Colour can have a significant influence – not only on the aesthetic of a building but also on the wellbeing of its occupants. Here, Paul Fleming, Marketing Manager – Contractor Specifier at Dulux Trade discusses the latest trends and tools available to help specifiers utilise colour effectively.
The importance of colour cannot be underestimated – and should be used to its full potential. A well thought out colour palette and interior design can have a significant affect on the overall aesthetic and feel of a space, as well as the behaviours of building occupants.
To achieve a successful colour scheme, there are a number of factors worth considering.
With the rise of open plan spaces, in both office surroundings and new residential buildings, selecting a colour scheme design that associates blocks of colour with the purpose of the room, or signals a transition to a different area, can be beneficial for orientation. For instance, graphic borders that use colour contrast, such as framing pastel colours with a boarder of coal and dark blue, create a sense of space as well as aid spatial awareness.
Colour contrast can also help specifiers and building owners adhere to the guidelines set out in the Equality Act Approved Document M (ADM), particularly for building users with visual impairments. Key areas where designers need to create colour contrast are critical surfaces such as doors, skirting, general obstacles and furniture. For visually impaired people, these are the most important elements, when surveying a room, gathering information and understanding a space in terms of its dimensions and size.
Part M stipulates a minimum difference in light reflectance value (LRV) between two adjoining surfaces of 30 points for new-build and major refurbishment projects, with Building Standards Part M (BS8300) stating this is best practice for all buildings. Guidance is available to ensure that an environment can be created that meets the needs of visually impaired people, whilst also retaining an attractive aesthetic.
Introducing simple colour statements to the floor and walls can create zones and help segment a larger open space into more specific task orientated spaces.
For example, in a commercial office a cool colour palette, which encourages productivity, should be considered for work stations, with cool shades of blue in particular encouraging a clear-headed approach. Whilst for break out areas light neutrals and sea-greens support a need for connection – ideal for a spaces where employees are encouraged to collaborate.
Conversely, in larger mixed developments a colour palette of key neutrals or one main colour as a base scheme is recommended. This will provide a cohesive flow throughout the building whilst reducing the amount of paint required for maintenance purposes.
Of course design trends also have a considerable influence on a building aesthetic. 2018 has seen a rise in the use of wood and leather within interior decorating and architecture – both natural textures. Although a variety of woods are experiencing an increase in popularity, analysis from AkzoNobel’s 2018 ColourFutures report suggests a tendency towards the warmer shades of red, alongside violet and pink, which if used effectively, can be incorporated into any prospective colour scheme.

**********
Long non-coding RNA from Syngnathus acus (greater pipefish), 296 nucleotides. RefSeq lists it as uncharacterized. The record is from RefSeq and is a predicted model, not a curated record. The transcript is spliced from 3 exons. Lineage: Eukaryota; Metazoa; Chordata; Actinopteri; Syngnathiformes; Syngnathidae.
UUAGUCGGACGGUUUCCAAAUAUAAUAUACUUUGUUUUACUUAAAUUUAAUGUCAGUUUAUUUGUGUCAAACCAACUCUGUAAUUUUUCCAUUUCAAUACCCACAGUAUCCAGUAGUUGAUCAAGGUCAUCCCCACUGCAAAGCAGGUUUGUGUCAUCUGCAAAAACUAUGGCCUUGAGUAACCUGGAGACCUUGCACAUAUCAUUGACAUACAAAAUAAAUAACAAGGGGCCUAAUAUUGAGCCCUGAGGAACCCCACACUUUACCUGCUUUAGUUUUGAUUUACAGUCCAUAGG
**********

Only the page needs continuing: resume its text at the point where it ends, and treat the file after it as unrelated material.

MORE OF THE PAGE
ColourFutures is a dedicated resource for specifiers looking to understand what people need from paint, and more importantly colour, in relation to the current social, economic and design climate. It is felt that the mood of 2018 will continue to be one of uncertainty, and subsequently it will be a sense of familiarity and comfort that are sought after. Softer colours that work harmoniously together will remain at the forefront of colour trends in 2018 and the warming tones of wood – combined with the tactile comfort of leather provide the ideal starting point.
Expert Advice and Available Apps
With a multitude of colour palettes, combinations and factors to consider, specification can seem like a daunting task. However, many manufacturers do provide guidance through the use of expert colour consultants who can support the specification process and answer any questions that may arise.
For those looking to create interior schemes themselves, whether it is a simple concept board or a detailed colour and product specification, there is also a range of practical and easy to use online tools available.
Many of these tools are now easily accessible in an app format, allowing specifiers to download them to personal, mobile devices and review and amend colour palette options from wherever they are. For example, the Dulux Trade Colour Schemer is easy to use and provides professionals with unprecedented access to an extensive range of colour schemes, tailored to meet the needs of a variety of market sectors.
By using the tool, specifiers can choose colour schemes and create specific designs that can then be transferred to professionally designed moodboards to be downloaded for continual use.
When deciding on a paint scheme, whether the primary purpose of the building is residential or commercial, specifiers and building owners should consider how the colour palette and design will affect building occupants.
While it is important to recognise and include the growing trends that will be incorporated within 2018’s interior designs, the overall design should focus on the individual business or sector values as well as the wellbeing of building occupants.
For further information and technical support, visit: www.duluxtradepaintexpert.co.uk